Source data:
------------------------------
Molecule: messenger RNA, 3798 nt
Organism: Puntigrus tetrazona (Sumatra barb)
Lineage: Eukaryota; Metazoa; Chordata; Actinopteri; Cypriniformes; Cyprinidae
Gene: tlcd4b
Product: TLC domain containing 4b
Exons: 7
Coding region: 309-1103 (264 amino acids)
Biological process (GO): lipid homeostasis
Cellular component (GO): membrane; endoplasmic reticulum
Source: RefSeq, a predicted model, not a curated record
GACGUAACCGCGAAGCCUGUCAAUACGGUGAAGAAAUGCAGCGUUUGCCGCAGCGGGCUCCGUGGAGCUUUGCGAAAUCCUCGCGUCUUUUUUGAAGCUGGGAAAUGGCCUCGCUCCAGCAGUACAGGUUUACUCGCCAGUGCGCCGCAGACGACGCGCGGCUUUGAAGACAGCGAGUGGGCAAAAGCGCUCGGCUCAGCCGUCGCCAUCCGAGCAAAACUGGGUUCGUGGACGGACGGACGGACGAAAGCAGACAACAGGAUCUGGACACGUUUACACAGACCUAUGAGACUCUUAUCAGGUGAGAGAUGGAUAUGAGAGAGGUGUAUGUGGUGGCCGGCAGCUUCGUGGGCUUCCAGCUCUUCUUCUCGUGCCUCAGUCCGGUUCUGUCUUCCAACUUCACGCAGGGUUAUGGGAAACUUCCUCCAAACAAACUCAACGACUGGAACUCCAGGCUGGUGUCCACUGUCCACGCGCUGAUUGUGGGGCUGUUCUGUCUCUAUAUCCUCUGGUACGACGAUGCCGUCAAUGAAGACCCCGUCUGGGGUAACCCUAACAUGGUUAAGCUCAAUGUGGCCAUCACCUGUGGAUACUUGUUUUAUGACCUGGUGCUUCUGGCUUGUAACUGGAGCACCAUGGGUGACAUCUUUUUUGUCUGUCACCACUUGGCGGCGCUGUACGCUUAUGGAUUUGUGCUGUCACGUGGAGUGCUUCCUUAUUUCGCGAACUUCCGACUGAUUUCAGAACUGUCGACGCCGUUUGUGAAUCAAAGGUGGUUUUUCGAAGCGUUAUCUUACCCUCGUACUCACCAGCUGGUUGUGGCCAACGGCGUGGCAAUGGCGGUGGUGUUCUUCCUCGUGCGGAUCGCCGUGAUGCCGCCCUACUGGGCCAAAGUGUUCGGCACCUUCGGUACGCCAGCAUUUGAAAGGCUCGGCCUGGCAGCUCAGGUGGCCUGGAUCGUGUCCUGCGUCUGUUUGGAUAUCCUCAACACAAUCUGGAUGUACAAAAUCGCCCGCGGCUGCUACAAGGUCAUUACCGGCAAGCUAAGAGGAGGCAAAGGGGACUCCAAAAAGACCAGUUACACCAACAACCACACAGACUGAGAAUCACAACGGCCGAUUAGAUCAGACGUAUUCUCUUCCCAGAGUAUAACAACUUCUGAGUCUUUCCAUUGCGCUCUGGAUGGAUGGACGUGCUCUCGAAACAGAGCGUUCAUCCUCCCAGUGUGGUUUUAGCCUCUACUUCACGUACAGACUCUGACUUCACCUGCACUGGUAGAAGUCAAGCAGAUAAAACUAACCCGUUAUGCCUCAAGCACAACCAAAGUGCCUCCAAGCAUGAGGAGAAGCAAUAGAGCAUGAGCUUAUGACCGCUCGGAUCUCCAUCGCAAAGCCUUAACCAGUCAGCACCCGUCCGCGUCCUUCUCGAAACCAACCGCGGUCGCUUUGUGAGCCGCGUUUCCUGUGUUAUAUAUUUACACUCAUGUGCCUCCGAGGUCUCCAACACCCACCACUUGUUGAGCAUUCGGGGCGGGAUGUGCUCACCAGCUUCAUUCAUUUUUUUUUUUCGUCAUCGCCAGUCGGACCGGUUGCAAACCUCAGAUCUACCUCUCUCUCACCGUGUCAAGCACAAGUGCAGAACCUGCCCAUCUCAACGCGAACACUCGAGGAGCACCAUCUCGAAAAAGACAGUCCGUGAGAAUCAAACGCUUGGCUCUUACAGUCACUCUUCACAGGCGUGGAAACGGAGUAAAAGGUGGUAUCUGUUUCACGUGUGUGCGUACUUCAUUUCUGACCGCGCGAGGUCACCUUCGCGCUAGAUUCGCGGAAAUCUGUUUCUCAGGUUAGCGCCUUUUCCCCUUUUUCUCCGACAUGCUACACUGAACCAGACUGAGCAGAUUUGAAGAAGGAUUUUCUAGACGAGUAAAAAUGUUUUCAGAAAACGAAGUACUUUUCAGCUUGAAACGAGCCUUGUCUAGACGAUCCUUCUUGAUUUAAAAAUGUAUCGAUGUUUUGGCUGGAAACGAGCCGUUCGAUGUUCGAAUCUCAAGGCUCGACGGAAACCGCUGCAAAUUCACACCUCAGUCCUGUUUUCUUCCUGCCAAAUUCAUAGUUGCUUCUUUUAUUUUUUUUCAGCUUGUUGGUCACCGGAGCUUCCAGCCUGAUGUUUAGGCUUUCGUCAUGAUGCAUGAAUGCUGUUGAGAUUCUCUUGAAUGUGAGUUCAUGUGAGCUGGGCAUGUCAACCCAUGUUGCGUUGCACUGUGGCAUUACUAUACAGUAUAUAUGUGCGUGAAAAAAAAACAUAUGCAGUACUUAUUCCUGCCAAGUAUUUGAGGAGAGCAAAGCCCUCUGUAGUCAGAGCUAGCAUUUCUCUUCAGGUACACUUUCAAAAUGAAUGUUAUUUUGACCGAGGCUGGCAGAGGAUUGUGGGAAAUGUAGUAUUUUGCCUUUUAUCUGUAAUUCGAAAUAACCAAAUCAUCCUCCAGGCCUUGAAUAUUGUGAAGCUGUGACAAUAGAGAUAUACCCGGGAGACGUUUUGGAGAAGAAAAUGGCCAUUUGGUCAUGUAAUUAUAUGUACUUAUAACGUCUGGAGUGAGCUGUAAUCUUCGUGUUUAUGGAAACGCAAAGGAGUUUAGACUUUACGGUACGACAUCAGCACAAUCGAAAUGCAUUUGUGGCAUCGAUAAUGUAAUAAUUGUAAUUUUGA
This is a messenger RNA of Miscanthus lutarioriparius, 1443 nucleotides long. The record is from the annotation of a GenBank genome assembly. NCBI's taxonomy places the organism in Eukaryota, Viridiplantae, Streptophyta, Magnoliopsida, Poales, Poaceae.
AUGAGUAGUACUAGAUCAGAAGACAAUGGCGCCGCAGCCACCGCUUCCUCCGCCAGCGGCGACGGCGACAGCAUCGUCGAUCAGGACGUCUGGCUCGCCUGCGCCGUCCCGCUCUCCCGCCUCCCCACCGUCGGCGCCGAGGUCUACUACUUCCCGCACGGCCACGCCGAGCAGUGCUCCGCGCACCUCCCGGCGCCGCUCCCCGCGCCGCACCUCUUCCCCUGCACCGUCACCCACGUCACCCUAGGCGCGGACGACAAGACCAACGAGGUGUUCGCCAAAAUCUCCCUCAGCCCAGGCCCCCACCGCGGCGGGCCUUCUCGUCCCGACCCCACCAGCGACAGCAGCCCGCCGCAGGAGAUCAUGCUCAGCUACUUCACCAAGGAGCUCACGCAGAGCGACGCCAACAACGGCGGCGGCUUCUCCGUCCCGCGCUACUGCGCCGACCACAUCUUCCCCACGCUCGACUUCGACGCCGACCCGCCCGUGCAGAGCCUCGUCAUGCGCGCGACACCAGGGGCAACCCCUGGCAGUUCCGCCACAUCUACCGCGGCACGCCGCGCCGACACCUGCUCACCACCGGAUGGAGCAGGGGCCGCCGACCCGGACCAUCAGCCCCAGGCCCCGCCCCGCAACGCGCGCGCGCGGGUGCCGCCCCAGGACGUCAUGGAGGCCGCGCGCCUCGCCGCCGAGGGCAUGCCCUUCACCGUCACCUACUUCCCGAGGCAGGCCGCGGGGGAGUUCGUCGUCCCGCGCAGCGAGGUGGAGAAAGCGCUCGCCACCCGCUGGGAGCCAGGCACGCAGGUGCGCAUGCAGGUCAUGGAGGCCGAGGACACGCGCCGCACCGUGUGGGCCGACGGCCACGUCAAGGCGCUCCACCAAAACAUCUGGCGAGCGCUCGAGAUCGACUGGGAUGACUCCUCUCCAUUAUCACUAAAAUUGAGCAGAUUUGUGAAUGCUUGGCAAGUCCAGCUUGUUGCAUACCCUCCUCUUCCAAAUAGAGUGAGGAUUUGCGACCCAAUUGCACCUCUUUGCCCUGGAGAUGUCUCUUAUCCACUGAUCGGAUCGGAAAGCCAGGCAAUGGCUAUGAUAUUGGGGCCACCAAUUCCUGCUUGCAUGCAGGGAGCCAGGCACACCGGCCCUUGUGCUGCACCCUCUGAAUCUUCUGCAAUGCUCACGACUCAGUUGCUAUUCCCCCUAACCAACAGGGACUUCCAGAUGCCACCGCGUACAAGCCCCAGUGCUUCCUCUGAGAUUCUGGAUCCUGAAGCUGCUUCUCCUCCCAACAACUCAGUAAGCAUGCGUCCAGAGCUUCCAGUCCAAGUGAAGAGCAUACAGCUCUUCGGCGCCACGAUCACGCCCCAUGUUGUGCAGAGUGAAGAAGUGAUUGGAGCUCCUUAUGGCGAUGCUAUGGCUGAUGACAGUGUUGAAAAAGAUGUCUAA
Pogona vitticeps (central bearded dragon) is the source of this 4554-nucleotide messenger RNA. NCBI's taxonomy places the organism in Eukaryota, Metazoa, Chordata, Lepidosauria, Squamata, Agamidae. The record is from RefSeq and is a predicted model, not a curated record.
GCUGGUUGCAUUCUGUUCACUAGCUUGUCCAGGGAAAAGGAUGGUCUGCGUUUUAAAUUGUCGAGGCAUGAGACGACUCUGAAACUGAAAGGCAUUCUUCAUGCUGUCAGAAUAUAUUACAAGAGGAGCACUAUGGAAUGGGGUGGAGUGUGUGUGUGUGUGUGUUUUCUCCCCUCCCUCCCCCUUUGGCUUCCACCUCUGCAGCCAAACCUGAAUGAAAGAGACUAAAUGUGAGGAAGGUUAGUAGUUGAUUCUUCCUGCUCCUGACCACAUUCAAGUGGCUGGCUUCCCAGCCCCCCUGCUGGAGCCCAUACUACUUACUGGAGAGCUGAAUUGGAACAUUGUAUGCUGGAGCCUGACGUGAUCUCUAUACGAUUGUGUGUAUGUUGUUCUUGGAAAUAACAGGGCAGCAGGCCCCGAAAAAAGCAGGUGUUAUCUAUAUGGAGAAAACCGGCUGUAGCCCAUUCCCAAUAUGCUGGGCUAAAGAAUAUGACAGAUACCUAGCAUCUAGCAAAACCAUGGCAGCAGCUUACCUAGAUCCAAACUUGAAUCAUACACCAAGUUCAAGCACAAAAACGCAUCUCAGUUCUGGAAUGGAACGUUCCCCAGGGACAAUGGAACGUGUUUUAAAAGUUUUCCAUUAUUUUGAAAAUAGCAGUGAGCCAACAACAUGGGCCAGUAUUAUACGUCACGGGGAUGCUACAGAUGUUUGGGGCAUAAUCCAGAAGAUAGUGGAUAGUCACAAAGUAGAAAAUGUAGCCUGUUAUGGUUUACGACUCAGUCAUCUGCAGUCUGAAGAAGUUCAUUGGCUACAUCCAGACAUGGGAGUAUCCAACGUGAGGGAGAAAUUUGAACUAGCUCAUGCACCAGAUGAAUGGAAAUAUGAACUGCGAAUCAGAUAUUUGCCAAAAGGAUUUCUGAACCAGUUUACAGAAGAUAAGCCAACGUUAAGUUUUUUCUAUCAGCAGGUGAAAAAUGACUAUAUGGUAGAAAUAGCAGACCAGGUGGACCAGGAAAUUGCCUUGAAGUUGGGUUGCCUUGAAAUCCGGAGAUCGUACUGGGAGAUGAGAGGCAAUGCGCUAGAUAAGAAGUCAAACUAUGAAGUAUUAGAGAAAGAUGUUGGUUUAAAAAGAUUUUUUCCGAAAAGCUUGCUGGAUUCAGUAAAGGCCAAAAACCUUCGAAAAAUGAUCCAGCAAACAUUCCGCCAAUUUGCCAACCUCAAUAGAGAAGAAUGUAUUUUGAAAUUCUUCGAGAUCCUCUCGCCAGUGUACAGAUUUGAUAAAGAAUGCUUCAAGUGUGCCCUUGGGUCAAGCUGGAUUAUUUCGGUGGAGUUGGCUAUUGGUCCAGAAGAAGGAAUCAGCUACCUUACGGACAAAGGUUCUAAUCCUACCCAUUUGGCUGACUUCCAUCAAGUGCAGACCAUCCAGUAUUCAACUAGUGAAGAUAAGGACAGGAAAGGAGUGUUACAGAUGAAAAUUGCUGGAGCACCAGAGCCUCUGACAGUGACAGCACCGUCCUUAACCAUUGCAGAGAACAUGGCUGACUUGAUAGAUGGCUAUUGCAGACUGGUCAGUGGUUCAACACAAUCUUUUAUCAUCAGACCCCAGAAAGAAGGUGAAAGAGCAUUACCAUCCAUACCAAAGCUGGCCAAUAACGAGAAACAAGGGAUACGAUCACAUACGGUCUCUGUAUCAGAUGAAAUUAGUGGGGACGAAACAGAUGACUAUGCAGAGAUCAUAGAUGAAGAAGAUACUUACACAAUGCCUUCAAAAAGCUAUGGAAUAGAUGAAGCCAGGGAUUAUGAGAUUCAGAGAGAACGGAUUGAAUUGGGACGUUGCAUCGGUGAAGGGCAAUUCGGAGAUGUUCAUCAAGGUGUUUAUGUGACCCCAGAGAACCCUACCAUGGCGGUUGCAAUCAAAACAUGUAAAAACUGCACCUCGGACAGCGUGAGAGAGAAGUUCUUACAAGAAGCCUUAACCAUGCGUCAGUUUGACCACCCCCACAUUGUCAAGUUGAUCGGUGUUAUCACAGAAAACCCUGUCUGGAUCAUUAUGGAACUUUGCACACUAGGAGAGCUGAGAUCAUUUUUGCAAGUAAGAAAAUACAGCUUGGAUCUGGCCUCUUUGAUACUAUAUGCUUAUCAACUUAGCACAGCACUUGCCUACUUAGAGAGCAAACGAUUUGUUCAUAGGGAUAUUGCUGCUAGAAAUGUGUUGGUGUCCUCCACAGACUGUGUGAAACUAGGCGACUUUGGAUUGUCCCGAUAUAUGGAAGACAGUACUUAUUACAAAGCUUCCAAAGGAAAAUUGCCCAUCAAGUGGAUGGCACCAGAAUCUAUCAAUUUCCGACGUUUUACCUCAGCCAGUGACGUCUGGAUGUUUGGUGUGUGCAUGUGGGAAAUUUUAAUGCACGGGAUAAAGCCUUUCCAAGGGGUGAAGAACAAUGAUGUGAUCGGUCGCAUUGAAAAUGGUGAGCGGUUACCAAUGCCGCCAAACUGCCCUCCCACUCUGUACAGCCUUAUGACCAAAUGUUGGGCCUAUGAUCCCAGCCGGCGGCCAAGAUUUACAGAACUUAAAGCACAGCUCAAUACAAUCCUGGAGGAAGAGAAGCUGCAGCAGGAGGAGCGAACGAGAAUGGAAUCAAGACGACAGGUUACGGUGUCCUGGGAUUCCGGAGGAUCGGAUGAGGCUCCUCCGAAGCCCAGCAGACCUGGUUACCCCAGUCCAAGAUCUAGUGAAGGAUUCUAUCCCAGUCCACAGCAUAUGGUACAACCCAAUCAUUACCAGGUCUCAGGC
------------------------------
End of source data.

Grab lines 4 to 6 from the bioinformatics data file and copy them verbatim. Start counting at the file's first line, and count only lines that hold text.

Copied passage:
Gene: tlcd4b
Product: TLC domain containing 4b
Exons: 7